Collegium Basilea (Institute of Advanced Study), Basel, Switzerland

Supplement to vol. 17 (2017). Citation: J. Biol. Phys. Chem. (Suppl.) 17 (2017) S1–S52.
DOI: 10.4024/01RP17A.jbpc.rpt.01
Publication date: 17 September 2017
Copyright © 2017 Collegium Basilea and AMSI

ABSTRACT. There is a trend to promote population-wide vaccination of defined sections of the population (e.g., children up to a certain age; elderly citizens) against fairly common, but nevertheless dangerous, diseases, most notably influenza ('flu). This report examines the nature of the disease, its medical consequences (which are dependent, inter alia, on the immune status of the infected person) and the vaccination process. These aspects can be quantified in terms of cost and life-expectancy, and the corresponding Judgment (J)-value computed. Subsidiary issues are also discussed, such as the influence of moral hazard and placebo/nocebo effects, whether vaccination campaigns rank as mass medication, and how citizens are persuaded to consider undergoing vaccination. The focus of the report is the UK NHS, but with relevant international comparisons.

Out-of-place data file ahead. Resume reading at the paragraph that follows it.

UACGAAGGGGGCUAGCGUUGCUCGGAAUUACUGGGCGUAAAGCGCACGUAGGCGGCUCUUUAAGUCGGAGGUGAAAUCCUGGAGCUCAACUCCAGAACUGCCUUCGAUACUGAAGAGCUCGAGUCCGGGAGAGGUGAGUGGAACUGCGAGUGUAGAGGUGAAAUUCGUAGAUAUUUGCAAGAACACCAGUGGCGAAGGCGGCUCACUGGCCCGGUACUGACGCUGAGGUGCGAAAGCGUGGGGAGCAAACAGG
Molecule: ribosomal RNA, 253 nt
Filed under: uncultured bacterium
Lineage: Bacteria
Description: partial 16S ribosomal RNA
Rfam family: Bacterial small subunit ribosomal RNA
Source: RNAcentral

Justifying large infrastructure projects through balancing quality of life considerations

Built Environment Team
Applied Complexity Research Centre, Collegium Basilea (Institute of Advanced Study), Basel, Switzerland

Supplement to vol. 16 (2016). Citation: J. Biol. Phys. Chem. (Suppl.) 16 (2016) S1–S48.
DOI: 10.4024/01RP16A.jbpc.rpt.01
Publication date: 6 June 2016
Copyright © 2016 Collegium Basilea and AMSI